Updated: May 1, 2023
One of the ways you can speed up your dynamic page generation is by increasing the amount of RAM your database uses for storing its queries and temporary objects.
For WordPress sites, this is called the InnoDB buffer pool size. A lot of people on shared hosting don’t have the permissions to access the interface necessary to change this pool size. But if you’re on a VPS, then you can go directly into the MySQL configuration file, make the change, restart the MySQL server, and you’re done!
What Should be the Size of the Buffer Pool?
By default, the InnoDB buffer pool size is 128 MB. This might or might not be enough for you. However, the MySQL documentation states that you can safely increase the size of the buffer to up to 80% of your available RAM on a VPS or a dedicated server! Clearly this is too much if you’re hosting in a shared environment, but it recommends that such users start at 10% just to see what works and what doesn’t.
So if your VPS server has 2 GB of free RAM, and if you want to follow the recommendations of MySQL, you could increase the innodb buffer size from 128 MB to around 1600 MB! For sites with large databases, and a huge number of visitors, that can really speed things up!
Step 1: Locate the my.cnf File for MySQL
The configuration file holding the global options for MySQL is called my.cnf. Its location varies depending on your OS. For example, I’m running CentOS 7 on my VPS, and so I can find it at /etc/my.cnf. Your location might vary. You can check the MySQL documentation to see where to find my.cnf for your operating system.
I should also mention that you need root privileges to modify this file. Otherwise, it’s saved in a read-only format. So either you sign in as root (not recommended), or you give your user sudo privileges to minimize the risk of damage. Now when you need to edit the my.cnf file, simply type “sudo” before the command, enter your account password, and you can modify the file.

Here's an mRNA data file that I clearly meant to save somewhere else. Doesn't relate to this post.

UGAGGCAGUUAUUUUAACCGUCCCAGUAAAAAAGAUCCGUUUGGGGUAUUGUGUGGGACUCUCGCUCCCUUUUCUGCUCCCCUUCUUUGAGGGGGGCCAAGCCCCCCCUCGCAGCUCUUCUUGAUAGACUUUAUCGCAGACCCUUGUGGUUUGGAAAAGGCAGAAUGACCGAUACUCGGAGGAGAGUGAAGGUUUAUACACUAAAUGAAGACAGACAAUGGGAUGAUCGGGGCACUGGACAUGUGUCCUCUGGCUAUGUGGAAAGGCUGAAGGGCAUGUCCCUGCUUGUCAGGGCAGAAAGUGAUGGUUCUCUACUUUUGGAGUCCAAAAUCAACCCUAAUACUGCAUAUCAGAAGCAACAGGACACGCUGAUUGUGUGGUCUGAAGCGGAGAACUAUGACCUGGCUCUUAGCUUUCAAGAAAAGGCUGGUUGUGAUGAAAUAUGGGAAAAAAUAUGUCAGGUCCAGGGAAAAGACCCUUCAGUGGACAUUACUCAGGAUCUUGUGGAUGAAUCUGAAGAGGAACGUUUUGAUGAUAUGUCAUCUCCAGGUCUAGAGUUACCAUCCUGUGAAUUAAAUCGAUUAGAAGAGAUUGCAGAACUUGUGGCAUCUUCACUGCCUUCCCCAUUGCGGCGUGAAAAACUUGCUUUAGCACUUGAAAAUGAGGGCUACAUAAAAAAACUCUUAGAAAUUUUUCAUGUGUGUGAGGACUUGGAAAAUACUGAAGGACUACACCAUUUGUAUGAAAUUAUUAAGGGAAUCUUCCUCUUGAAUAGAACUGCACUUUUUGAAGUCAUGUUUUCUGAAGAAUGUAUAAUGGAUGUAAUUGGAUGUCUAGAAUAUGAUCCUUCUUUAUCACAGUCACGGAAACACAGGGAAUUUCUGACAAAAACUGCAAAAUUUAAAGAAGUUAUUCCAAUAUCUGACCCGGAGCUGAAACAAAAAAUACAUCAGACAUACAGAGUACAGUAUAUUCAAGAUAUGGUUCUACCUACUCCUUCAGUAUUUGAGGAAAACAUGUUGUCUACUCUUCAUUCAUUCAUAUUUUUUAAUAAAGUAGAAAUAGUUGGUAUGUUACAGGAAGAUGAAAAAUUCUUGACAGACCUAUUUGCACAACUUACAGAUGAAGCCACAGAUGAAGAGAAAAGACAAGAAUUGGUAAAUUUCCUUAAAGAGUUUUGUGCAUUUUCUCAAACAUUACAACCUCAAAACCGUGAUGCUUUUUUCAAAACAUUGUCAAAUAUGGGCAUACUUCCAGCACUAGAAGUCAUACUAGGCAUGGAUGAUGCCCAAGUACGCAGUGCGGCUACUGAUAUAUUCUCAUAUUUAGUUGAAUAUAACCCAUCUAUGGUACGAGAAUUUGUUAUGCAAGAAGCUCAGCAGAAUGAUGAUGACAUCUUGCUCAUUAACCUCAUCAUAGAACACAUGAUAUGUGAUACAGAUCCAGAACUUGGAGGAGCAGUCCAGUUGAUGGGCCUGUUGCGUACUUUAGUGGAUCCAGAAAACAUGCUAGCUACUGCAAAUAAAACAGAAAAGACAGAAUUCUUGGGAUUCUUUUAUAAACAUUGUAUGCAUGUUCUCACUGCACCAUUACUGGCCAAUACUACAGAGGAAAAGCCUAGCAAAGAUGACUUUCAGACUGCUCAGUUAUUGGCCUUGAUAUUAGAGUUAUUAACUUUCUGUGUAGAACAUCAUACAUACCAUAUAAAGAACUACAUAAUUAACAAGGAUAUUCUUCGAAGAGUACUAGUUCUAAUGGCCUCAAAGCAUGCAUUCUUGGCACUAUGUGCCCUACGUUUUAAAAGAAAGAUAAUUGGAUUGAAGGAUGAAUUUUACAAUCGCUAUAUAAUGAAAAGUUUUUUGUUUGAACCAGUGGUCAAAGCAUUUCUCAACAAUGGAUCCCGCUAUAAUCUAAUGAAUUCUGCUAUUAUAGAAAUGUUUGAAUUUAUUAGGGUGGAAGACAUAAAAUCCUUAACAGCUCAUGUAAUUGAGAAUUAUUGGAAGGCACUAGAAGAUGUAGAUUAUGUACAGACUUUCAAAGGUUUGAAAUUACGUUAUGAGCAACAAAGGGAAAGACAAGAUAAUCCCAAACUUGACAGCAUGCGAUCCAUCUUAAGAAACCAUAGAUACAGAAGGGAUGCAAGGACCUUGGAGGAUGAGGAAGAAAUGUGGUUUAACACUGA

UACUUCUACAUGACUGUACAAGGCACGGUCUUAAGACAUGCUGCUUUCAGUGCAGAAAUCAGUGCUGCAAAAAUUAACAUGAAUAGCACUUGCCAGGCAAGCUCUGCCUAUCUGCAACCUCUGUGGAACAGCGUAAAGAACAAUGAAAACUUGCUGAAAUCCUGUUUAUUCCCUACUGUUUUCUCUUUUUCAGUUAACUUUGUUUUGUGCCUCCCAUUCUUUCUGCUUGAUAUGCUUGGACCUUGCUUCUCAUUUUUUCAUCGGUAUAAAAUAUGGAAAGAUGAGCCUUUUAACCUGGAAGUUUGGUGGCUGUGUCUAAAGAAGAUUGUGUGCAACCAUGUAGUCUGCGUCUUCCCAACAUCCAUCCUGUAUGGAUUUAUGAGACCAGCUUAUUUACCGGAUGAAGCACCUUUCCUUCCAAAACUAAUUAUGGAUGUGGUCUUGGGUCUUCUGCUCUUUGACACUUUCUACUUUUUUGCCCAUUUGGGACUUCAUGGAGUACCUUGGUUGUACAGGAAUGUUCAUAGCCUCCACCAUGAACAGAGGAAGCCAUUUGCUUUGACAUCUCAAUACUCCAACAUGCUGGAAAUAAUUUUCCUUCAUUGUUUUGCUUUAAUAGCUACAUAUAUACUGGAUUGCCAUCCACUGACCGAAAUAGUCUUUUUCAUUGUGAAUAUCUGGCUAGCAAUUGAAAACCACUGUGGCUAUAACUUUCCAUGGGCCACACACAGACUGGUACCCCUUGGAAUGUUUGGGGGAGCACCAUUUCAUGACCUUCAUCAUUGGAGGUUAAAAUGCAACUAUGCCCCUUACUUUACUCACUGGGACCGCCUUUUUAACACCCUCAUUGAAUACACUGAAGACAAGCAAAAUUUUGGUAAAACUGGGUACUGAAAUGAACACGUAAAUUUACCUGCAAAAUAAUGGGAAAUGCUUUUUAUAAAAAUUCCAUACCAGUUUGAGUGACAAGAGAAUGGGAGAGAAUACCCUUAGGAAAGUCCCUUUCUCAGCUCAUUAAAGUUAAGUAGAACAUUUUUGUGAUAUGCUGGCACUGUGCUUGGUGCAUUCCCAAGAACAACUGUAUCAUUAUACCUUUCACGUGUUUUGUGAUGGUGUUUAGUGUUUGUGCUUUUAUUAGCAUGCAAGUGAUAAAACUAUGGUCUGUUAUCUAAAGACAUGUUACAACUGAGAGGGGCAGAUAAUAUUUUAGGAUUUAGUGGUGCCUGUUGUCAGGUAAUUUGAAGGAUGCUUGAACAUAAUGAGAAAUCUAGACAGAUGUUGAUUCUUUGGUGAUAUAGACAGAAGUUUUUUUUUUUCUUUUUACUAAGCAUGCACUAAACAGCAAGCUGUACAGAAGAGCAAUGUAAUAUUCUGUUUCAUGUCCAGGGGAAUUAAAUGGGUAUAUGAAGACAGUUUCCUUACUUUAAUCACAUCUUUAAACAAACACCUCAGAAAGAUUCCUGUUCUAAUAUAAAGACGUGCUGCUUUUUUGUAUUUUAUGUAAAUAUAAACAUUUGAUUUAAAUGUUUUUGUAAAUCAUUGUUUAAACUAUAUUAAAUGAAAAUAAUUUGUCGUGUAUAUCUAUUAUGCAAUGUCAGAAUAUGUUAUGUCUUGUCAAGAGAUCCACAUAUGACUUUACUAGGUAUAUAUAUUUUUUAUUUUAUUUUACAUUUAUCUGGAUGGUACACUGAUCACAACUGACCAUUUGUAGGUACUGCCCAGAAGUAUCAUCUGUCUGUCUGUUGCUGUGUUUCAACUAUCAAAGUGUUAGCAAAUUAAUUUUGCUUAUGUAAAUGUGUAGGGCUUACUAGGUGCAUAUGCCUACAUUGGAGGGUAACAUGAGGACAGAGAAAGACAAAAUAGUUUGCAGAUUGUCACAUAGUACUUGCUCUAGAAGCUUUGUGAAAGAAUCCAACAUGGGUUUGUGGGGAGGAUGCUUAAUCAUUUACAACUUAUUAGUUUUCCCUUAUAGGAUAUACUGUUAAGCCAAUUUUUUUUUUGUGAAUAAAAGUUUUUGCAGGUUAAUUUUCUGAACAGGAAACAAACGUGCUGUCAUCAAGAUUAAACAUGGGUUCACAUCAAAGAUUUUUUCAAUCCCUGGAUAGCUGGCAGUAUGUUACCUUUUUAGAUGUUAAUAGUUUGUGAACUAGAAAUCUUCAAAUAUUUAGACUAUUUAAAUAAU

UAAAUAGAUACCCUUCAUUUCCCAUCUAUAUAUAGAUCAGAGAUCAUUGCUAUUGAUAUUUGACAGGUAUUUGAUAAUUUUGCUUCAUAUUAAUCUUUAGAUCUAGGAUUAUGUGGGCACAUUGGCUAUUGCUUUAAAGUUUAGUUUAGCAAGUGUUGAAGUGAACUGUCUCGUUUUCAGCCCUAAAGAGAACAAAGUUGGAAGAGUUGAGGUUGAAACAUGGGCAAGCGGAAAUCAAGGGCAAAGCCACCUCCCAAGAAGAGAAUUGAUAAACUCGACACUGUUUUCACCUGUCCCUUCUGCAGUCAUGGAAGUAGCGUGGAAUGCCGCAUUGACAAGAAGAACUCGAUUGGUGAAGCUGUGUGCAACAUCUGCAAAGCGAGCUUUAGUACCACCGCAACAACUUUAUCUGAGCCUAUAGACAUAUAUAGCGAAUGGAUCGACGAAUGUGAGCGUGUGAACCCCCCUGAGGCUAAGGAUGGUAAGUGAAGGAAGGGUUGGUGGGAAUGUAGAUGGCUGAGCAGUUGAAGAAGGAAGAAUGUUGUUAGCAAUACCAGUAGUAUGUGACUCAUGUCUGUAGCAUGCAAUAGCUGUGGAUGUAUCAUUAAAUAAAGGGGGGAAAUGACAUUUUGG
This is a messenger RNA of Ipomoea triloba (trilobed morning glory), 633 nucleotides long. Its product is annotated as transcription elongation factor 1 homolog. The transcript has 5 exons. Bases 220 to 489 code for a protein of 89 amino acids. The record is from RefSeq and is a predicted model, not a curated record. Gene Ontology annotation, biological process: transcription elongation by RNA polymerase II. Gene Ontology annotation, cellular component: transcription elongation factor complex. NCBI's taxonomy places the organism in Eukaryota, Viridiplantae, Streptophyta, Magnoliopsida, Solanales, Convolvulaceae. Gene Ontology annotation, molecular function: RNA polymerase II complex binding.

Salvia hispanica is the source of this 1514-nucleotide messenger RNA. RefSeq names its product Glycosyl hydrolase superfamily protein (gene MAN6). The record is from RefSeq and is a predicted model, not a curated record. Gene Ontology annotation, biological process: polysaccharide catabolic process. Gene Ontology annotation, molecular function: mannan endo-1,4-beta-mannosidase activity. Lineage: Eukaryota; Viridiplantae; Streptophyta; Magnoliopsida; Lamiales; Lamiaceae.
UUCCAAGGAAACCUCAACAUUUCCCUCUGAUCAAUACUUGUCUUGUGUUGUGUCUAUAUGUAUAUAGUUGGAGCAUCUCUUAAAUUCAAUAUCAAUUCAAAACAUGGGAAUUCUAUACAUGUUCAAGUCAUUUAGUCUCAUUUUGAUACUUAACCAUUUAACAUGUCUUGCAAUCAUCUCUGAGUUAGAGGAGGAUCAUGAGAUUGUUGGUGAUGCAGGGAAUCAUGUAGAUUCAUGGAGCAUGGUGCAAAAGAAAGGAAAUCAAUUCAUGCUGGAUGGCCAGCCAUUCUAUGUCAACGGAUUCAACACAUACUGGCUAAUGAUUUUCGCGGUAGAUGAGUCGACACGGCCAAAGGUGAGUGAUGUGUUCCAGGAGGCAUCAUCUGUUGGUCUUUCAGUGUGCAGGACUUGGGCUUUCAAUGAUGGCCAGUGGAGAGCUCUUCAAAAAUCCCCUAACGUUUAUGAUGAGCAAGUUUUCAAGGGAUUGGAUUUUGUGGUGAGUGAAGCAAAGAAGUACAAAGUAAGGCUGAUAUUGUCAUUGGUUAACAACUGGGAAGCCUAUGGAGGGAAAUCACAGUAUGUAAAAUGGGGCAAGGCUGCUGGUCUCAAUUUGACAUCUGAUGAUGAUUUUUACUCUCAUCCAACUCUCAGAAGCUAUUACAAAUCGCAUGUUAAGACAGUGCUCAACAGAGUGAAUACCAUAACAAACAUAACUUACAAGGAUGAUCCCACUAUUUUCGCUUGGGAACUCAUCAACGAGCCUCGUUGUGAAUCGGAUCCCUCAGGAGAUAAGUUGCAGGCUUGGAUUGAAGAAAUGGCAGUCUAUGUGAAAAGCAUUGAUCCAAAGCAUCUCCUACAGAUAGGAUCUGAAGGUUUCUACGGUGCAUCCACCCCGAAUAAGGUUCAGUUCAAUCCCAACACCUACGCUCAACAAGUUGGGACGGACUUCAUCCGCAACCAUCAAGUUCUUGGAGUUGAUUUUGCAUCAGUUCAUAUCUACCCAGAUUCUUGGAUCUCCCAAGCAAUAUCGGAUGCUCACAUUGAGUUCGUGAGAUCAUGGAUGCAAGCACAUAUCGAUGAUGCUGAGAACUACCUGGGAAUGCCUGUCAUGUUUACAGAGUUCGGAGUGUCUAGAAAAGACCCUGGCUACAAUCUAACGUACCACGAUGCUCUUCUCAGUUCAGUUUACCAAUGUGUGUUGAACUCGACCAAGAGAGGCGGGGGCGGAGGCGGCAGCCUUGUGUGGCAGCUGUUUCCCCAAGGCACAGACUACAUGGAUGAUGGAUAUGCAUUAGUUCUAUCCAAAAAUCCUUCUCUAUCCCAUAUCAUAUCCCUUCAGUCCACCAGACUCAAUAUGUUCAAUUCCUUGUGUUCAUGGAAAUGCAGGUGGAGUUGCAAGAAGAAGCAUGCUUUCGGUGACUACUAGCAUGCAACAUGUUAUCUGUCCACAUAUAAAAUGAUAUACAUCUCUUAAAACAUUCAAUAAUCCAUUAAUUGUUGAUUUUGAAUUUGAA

Step 2: Take Backups of my.cnf
It should be easy to reverse the changes you make here, but take a backup just in case. You can accomplish this using the following steps.
- Navigate to the folder containing my.cnf
- Type cp my.cnf my.cnf.bk
This will copy the my.cnf file to another file called my.cnf.bk. Now if something goes wrong, you can delete my.cnf and rename the copy to the original.
You can verify the creation of your backup using the following command:
ls -l my*
Your output should look like this:
Once you’ve confirmed the backup, we move to the next step.
Step 3: Change the Value of the InnoDB Buffer
As mentioned, you need to use sudo to modify the my.cnf file. So something like:
sudo vi my.cnf
Is needed. Once you’ve opened it up, remove the hash (#) symbol next to the comment holding the following line:
This will “uncomment” the line. Now change it to whatever value you feel is necessary. In the above example, I changed it to 400 MB.
Save your changes, and you’re done! Now we just need one final step.
Step 4: Restart MySQL
Depending on your OS, the command to restart the MySQL server will vary. For me, it’s:
sudo systemctl restart mysqld
This restarts MySQL, and applies the changes in my.conf. Now your new InnoDB buffer pool size is active!
This is an easy tweak for those who have access to their VPS servers. It can help speed up your database, and reduce important metrics like TTFB times!
As always, if you’re a NameHero customer and you need help with any of the above, we’d be happy to assist. Simply open a support ticket in your area or start a live chat!
I’m a NameHero team member, and an expert on WordPress and web hosting. I’ve been in this industry since 2008. I’ve also developed apps on Android and have written extensive tutorials on managing Linux servers. You can contact me on my website WP-Tweaks.com!